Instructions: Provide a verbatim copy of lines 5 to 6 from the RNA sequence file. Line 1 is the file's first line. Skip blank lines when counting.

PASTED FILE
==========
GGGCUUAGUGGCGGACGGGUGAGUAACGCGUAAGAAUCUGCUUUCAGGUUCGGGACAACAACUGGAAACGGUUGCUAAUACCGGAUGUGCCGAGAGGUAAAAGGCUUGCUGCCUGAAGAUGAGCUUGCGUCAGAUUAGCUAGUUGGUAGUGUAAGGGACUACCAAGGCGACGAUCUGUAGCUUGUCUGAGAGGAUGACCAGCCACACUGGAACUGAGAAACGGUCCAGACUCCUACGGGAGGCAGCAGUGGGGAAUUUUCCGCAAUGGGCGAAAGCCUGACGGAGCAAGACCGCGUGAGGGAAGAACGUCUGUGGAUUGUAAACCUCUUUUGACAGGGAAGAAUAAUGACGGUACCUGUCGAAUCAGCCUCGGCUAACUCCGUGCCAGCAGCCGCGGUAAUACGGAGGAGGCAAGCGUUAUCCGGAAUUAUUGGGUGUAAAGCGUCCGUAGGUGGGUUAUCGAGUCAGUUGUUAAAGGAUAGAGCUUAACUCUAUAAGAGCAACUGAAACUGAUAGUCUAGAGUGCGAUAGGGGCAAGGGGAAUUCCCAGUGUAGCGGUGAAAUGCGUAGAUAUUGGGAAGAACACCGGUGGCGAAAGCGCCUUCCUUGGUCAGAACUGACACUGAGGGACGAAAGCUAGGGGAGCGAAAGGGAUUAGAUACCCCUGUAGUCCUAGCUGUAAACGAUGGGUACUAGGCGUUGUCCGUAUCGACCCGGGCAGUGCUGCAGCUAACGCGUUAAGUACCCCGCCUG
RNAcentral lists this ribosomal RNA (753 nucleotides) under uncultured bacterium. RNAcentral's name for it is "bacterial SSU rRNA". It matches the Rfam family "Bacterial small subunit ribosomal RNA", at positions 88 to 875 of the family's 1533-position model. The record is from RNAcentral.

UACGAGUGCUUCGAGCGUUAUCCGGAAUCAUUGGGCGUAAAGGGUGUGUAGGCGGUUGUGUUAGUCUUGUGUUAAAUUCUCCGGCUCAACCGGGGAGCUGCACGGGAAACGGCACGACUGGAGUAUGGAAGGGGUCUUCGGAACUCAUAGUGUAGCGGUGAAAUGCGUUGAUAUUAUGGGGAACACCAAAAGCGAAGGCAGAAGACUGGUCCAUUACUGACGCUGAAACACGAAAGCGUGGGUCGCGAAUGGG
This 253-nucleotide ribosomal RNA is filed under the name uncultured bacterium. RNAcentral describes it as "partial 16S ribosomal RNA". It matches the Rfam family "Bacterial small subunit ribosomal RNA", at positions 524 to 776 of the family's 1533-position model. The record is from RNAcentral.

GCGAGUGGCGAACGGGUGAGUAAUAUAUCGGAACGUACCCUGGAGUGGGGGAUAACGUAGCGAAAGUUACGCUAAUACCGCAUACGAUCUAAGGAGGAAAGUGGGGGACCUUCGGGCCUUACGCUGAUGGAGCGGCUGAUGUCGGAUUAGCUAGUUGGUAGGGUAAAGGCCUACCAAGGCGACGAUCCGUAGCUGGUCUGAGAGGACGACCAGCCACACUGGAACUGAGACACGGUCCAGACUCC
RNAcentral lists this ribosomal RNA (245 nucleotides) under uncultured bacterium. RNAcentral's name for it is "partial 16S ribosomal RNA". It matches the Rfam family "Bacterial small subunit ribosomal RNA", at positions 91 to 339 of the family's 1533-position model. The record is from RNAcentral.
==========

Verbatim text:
GCGAGUGGCGAACGGGUGAGUAAUAUAUCGGAACGUACCCUGGAGUGGGGGAUAACGUAGCGAAAGUUACGCUAAUACCGCAUACGAUCUAAGGAGGAAAGUGGGGGACCUUCGGGCCUUACGCUGAUGGAGCGGCUGAUGUCGGAUUAGCUAGUUGGUAGGGUAAAGGCCUACCAAGGCGACGAUCCGUAGCUGGUCUGAGAGGACGACCAGCCACACUGGAACUGAGACACGGUCCAGACUCC
RNAcentral lists this ribosomal RNA (245 nucleotides) under uncultured bacterium. RNAcentral's name for it is "partial 16S ribosomal RNA". It matches the Rfam family "Bacterial small subunit ribosomal RNA", at positions 91 to 339 of the family's 1533-position model. The record is from RNAcentral.